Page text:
I borrowed some XDA keycaps from a friend and cast moulds around them. Now that I have some polyurethane resin I should hopefully be able to try casting some caps tomorrow! Or maybe later in the week.

My first run of keycap casting was a partial success, partial failure. I forgot my pointy tool to get the air out of the keycap stems so there was a big bubble instead of a stem. Other than that they formed really nicely! Some very minimal bubbles on the outer edge of the top but the form and texture look great.

Second attempt at polyurethane casting was a success! The keys are fully formed and the outsides have no bubbles.

They even fit fine on my keyboard, although one is a little looser than the other. It's clear that this resin isn't black, just a dark grey.

The working time of about 7 minutes turns out to be accurate, which is about right for the 4 moulds I have. They seemed to need the full 1 hour cure time, at the minimum demould time of 30 minutes they were a bit too flexible.

Well that's a dead mould, and the last keycap didn't survive either :(

The silicone gets brittle over time. Depending on the mould, people say you can get anywhere between 10 and 120 casts from it (for something with features this small it'll be on the low end). It looks like this one only managed somewhere around 16 :(

Basically, casting an entire keyboard worth of caps is a bad idea. But I'm doing it anyway!

The full keyboard is getting there though! Some of the caps are a little loose so I had to put some tape underneath. It makes the fit of the stem a little tighter (hopefully without breaking the stem)

It's very tedious with only two moulds, and I'm out of silicone to make more. This is definitely making me want to get a resin 3D printer to make some custom shaped ones.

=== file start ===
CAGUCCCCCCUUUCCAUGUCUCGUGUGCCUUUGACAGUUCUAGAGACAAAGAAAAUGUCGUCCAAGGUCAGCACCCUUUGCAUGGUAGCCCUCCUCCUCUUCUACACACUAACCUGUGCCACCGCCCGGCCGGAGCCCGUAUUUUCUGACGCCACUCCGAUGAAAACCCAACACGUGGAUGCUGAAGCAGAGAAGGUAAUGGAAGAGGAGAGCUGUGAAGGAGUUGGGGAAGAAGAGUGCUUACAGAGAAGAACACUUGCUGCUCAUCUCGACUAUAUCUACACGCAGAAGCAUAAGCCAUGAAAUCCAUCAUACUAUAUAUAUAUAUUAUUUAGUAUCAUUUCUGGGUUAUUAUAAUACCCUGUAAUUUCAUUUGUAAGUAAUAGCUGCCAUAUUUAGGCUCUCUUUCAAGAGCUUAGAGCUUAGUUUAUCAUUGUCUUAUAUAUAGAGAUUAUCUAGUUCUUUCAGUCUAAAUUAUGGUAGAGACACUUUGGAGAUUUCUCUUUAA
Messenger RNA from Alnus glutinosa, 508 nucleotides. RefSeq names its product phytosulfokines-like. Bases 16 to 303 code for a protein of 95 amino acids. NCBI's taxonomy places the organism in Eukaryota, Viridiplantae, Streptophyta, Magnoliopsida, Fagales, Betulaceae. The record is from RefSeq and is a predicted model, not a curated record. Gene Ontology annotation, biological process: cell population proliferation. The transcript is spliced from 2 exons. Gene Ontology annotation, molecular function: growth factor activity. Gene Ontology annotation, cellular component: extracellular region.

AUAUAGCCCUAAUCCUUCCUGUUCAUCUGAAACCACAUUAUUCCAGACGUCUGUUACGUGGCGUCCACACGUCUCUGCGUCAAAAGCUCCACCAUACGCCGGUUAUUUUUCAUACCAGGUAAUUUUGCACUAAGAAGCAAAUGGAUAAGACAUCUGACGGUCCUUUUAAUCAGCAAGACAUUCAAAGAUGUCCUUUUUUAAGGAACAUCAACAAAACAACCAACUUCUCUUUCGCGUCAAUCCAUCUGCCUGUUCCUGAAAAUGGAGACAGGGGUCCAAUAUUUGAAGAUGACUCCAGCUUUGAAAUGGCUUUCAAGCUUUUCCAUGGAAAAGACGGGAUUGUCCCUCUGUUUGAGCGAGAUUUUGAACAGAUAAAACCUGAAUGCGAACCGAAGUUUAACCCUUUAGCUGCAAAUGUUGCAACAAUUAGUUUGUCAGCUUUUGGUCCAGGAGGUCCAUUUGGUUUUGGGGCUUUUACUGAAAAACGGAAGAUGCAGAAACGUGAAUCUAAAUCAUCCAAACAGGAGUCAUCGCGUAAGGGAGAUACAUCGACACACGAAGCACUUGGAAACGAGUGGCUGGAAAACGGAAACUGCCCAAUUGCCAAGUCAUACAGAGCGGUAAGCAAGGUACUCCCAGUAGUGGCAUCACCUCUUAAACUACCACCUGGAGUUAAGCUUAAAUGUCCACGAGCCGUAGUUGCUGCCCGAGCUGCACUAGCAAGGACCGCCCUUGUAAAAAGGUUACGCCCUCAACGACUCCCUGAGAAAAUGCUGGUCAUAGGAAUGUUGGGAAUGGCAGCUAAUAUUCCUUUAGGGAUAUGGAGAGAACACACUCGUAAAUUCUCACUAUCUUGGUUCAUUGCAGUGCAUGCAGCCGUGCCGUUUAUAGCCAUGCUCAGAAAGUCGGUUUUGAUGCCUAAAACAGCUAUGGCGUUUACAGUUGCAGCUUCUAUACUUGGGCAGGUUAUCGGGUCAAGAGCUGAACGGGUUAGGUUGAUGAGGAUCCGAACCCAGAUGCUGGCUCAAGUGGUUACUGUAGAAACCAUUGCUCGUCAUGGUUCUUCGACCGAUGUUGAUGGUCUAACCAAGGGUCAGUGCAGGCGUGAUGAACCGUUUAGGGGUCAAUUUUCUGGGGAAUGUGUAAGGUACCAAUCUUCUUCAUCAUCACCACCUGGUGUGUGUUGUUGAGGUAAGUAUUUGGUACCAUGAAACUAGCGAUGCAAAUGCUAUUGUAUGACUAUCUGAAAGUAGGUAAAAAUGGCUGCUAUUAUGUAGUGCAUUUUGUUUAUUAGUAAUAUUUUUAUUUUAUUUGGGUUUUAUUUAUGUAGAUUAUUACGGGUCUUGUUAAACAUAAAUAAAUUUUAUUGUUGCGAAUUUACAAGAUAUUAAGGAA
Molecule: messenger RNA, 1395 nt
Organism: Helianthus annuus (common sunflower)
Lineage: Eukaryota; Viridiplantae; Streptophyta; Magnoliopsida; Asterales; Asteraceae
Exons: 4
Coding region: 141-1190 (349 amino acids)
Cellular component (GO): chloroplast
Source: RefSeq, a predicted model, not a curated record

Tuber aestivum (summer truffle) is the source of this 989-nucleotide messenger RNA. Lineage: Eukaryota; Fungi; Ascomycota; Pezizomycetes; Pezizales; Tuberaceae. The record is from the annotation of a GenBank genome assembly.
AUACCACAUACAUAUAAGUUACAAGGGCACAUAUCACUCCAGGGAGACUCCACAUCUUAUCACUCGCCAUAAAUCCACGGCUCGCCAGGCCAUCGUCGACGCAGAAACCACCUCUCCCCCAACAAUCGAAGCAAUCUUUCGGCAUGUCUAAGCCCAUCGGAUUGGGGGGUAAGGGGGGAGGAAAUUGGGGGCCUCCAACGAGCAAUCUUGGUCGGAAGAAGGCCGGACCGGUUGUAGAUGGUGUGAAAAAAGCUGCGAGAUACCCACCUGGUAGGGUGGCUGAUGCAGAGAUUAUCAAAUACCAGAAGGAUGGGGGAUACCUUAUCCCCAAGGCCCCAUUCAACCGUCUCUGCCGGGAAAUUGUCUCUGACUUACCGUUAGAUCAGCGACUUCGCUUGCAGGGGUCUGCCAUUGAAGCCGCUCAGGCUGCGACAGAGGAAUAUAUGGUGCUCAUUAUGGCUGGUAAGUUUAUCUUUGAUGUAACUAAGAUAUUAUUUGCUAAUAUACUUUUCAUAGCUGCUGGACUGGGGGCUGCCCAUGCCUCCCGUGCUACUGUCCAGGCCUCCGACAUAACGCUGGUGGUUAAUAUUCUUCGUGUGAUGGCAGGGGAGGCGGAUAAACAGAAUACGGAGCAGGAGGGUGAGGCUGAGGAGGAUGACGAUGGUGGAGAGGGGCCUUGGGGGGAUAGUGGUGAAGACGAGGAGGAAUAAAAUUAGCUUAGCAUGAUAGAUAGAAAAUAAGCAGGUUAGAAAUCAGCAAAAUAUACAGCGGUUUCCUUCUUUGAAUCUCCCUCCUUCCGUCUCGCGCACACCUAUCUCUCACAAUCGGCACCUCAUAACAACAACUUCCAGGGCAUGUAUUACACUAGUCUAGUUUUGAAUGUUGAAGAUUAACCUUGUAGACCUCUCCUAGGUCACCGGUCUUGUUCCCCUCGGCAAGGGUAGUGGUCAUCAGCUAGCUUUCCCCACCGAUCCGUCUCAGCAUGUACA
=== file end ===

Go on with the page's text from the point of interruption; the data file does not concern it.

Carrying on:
Something I've been wanting to do. Did you rig up a pressure pot?

@Tay0 I haven't - when I tried polyester it was pretty clear, so we'll see how it goes with this one. Probably not great but there's only one way to find out! I have a makeshift vacuum chamber that can pull a *very* slight vacuum so I might attempt degassing.

Can you pressurize your vacuum chamber from the other side of your vacuum pump?

@Tay0 Not really - the "vacuum chamber" is a glass jar with a check valve from a sous vide bag glued over a hole in the lid! I'm also just using the hand pump from the sous vide bags to pull the vacuum, which is why it's not much of a vacuum.

@gbrnt how did you align the legos with the key caps so the top and bottom molds line up?

@cinebox You can see in the first photo the keys are inside boxes, stuck down to a flat Lego piece with blu-tack (squishy putty stuff). I cast the bottom half of the mould first, then removed it and flipped it over (leaving the cap in place). That left the impression of the LEGO studs and the bottom of the keycap on the top surface, and I could then pour in more silicone to form the top half of the mould. If that's not clear enough I can find a video of the technique

@gbrnt for something cast in lego bricks, they definitely look professional!

@piggo Thanks! I think the vents could do with a bit of work to get rid of the bubbles. Or I could sort out a vacuum chamber or a pressure chamber, so there are less bubbles in the first place.

Generally I'm surprised this is turning out so well with minimal effort. Casting is pretty cool!

@gbrnt @piggo I casted Warhammer miniatures (I have a past as a miniature sculptor) in lego bricks in the past. It's one of the best methods. :D

@nuala hehehe my partner keeps trying to eat them too. Maybe I should get some brown resin and make a chocolate bar keyboard?

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